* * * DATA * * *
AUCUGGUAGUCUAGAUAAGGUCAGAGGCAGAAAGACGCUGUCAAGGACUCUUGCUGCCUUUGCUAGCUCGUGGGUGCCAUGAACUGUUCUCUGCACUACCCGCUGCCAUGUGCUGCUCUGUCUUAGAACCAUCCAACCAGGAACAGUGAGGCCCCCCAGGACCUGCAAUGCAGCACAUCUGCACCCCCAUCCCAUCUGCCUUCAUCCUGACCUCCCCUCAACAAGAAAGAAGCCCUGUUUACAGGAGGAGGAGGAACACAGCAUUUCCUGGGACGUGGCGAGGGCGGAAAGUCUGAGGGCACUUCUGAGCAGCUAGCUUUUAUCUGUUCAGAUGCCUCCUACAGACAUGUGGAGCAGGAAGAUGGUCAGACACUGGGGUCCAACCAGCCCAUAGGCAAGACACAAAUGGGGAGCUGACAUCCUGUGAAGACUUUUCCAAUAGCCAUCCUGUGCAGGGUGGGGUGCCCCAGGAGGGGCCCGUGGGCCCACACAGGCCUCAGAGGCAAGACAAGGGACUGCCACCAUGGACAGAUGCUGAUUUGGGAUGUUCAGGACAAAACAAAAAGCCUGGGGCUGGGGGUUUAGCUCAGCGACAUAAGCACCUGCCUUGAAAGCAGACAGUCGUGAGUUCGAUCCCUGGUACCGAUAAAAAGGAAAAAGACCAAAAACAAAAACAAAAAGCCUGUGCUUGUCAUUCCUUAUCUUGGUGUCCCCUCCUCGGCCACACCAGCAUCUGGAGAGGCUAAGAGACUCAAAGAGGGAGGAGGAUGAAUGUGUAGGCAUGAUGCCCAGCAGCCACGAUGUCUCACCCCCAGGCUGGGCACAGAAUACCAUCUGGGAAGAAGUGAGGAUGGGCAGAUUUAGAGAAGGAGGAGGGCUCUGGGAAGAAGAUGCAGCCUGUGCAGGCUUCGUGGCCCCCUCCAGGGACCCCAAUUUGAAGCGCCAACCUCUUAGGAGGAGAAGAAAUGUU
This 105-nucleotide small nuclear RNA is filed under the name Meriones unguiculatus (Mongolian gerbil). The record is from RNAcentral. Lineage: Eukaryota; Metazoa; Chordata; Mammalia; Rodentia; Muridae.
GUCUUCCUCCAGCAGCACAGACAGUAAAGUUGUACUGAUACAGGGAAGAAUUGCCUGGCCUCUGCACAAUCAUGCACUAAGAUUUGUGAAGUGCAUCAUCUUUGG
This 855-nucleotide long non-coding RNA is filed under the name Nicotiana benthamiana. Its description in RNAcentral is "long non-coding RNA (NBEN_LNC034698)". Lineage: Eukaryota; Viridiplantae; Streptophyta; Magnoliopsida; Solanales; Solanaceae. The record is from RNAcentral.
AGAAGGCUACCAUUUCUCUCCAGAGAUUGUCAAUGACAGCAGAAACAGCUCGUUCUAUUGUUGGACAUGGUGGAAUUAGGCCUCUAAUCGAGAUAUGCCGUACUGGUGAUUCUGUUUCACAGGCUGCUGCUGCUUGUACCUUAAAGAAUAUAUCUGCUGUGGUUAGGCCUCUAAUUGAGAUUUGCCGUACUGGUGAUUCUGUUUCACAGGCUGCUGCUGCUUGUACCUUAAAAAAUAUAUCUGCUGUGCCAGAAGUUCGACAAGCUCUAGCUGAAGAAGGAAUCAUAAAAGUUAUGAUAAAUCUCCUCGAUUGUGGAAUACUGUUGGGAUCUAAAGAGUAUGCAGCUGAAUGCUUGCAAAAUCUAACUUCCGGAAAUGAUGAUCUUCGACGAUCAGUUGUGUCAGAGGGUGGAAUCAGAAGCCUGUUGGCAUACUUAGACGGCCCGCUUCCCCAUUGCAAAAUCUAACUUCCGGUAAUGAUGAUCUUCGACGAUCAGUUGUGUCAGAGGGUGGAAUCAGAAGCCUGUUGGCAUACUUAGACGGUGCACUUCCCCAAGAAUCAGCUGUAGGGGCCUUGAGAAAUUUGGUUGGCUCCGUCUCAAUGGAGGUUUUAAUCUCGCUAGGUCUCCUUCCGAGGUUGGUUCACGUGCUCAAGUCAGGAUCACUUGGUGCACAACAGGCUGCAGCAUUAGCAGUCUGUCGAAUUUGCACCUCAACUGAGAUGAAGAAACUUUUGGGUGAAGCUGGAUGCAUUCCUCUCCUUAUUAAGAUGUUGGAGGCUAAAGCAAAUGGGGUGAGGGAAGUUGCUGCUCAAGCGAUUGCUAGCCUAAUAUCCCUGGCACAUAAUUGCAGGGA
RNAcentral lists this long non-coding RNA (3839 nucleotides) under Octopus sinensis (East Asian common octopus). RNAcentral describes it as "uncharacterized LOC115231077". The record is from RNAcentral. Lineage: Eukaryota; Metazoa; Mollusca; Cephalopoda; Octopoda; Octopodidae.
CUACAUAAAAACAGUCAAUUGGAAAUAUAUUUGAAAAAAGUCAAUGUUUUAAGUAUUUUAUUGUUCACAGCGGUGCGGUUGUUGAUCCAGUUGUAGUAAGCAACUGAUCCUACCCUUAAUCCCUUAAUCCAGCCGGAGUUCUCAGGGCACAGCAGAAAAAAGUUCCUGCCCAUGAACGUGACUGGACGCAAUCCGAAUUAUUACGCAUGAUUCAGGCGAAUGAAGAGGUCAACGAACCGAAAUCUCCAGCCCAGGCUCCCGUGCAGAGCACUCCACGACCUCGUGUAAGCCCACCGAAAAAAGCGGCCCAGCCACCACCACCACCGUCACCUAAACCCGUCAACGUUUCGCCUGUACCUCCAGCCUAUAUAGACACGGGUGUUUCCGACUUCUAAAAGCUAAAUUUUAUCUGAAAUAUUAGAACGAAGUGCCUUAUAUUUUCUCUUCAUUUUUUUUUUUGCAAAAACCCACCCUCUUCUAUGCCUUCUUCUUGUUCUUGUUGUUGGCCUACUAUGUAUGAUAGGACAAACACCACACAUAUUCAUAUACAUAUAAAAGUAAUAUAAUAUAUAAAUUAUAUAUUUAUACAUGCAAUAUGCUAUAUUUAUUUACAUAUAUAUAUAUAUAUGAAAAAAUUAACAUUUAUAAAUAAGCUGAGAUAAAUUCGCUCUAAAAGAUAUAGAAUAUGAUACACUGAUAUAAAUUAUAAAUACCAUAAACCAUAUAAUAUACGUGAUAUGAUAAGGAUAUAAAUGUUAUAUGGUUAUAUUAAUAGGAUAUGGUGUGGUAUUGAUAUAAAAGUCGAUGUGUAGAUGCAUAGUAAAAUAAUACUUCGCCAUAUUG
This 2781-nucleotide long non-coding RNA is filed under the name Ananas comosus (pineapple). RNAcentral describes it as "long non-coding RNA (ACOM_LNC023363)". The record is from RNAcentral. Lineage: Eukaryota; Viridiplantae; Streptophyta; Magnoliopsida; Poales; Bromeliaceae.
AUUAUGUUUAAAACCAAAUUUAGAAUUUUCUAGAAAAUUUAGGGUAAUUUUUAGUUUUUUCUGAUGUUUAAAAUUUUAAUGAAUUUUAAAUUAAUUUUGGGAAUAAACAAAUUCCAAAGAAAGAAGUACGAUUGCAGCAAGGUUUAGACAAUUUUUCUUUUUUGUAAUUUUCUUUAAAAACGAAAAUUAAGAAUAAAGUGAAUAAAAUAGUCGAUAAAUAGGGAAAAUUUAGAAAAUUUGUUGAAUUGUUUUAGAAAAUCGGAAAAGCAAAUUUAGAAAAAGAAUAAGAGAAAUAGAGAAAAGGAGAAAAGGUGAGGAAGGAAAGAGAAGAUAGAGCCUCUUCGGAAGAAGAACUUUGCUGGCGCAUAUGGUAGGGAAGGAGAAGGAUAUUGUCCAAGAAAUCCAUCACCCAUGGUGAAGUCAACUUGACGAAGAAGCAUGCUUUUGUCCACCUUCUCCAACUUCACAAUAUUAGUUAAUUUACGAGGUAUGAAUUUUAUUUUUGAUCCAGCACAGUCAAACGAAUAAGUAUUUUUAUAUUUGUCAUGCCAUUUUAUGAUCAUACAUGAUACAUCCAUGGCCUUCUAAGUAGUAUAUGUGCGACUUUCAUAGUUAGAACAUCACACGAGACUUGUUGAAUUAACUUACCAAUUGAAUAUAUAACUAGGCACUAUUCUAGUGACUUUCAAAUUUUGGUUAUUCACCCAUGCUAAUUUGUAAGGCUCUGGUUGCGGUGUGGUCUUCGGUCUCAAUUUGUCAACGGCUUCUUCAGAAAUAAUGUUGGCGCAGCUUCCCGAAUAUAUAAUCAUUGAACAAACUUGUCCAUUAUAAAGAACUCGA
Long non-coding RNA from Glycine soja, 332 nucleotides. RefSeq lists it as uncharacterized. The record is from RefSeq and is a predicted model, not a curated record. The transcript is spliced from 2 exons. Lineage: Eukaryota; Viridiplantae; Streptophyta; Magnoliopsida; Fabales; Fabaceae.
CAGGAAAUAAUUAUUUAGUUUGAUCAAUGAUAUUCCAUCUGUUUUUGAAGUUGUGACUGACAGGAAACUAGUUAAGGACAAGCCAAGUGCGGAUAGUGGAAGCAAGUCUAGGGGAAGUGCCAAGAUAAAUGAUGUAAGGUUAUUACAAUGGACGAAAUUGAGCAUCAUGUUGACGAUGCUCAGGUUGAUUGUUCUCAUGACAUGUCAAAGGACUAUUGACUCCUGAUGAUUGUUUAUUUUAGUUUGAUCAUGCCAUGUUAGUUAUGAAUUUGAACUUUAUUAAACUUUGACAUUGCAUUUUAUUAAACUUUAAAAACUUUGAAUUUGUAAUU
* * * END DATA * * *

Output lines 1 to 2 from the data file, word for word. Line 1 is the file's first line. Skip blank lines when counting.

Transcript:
AUCUGGUAGUCUAGAUAAGGUCAGAGGCAGAAAGACGCUGUCAAGGACUCUUGCUGCCUUUGCUAGCUCGUGGGUGCCAUGAACUGUUCUCUGCACUACCCGCUGCCAUGUGCUGCUCUGUCUUAGAACCAUCCAACCAGGAACAGUGAGGCCCCCCAGGACCUGCAAUGCAGCACAUCUGCACCCCCAUCCCAUCUGCCUUCAUCCUGACCUCCCCUCAACAAGAAAGAAGCCCUGUUUACAGGAGGAGGAGGAACACAGCAUUUCCUGGGACGUGGCGAGGGCGGAAAGUCUGAGGGCACUUCUGAGCAGCUAGCUUUUAUCUGUUCAGAUGCCUCCUACAGACAUGUGGAGCAGGAAGAUGGUCAGACACUGGGGUCCAACCAGCCCAUAGGCAAGACACAAAUGGGGAGCUGACAUCCUGUGAAGACUUUUCCAAUAGCCAUCCUGUGCAGGGUGGGGUGCCCCAGGAGGGGCCCGUGGGCCCACACAGGCCUCAGAGGCAAGACAAGGGACUGCCACCAUGGACAGAUGCUGAUUUGGGAUGUUCAGGACAAAACAAAAAGCCUGGGGCUGGGGGUUUAGCUCAGCGACAUAAGCACCUGCCUUGAAAGCAGACAGUCGUGAGUUCGAUCCCUGGUACCGAUAAAAAGGAAAAAGACCAAAAACAAAAACAAAAAGCCUGUGCUUGUCAUUCCUUAUCUUGGUGUCCCCUCCUCGGCCACACCAGCAUCUGGAGAGGCUAAGAGACUCAAAGAGGGAGGAGGAUGAAUGUGUAGGCAUGAUGCCCAGCAGCCACGAUGUCUCACCCCCAGGCUGGGCACAGAAUACCAUCUGGGAAGAAGUGAGGAUGGGCAGAUUUAGAGAAGGAGGAGGGCUCUGGGAAGAAGAUGCAGCCUGUGCAGGCUUCGUGGCCCCCUCCAGGGACCCCAAUUUGAAGCGCCAACCUCUUAGGAGGAGAAGAAAUGUU
This 105-nucleotide small nuclear RNA is filed under the name Meriones unguiculatus (Mongolian gerbil). The record is from RNAcentral. Lineage: Eukaryota; Metazoa; Chordata; Mammalia; Rodentia; Muridae.